The panel discussion took place at the Book Launch for Digital Witness on the 26 February 2020 at the Human Rights Action Centre, Amnesty International UK. These are the panellists:
Sam Dubberley – Research Consultant, Human Rights, Big Data and Technology Project, University of Essex and Head of the Crisis Evidence Lab, Amnesty International
Alexa Koenig – Executive Director, Human Rights Center, University of California, Berkeley
Daragh Murray – Senior Lecturer, School of Law & Human Rights Centre, University of Essex
Paul Myers – BBC journalist
Lindsay Freeman – University of California, Berkeley
Yvonne Ng – WITNESS
Ella McPherson – Cambridge University
Jeff Deutch – Syrian Archive
Using Open Source Information for Human Rights Investigations
To say that mobile technologies, social media, and increased connectivity are having a significant impact on human rights practice would be an understatement. Modern technology – and the enhanced access it provides to information about human rights abuses – has the potential to revolutionise human rights reporting and documentation, as well as the pursuit of legal accountability.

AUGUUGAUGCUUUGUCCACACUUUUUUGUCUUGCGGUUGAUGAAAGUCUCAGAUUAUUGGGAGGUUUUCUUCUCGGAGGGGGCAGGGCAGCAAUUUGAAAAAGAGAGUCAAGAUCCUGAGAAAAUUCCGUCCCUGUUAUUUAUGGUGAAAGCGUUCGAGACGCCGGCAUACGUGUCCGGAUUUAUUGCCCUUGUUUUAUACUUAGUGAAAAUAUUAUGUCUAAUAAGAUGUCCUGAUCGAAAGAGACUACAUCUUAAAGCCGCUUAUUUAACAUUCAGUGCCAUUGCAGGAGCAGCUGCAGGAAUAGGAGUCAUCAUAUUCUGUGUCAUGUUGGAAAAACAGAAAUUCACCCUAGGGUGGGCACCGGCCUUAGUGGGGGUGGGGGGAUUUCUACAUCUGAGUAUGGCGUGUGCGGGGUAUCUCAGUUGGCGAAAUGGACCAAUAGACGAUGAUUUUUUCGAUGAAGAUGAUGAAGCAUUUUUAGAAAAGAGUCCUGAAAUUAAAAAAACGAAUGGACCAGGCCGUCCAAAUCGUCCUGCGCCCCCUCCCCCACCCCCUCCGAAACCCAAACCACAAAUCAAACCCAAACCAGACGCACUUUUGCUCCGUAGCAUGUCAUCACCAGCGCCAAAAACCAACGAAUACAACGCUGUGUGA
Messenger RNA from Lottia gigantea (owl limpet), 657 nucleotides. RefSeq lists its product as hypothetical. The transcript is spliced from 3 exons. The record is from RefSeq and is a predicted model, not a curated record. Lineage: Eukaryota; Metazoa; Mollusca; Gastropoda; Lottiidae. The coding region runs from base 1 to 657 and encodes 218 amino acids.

However, these new methods for information gathering and dissemination have also created significant challenges for investigators and researchers.The capture and dissemination of content often happens haphazardly, and for a variety of motivations. For this content to be of use to investigators it must be discovered, verified, and authenticated. These skills have therefore become critical for human rights organisations and human rights lawyers.
This panel, marking the launch of Digital Witness – the first textbook dedicated to open source investigations – brings together leading experts in the open source movement, discussing how open source techniques can be used in human rights investigations, and what the future holds.
Digital Witness is the first book to cover the history, ethics, methods, and best-practice associated with open source research. It is intended to equip the next generation of lawyers, journalists, sociologists, data scientists, other human rights activists, and researchers with the cutting-edge skills needed to work in an increasingly digitized, and information-saturated environment.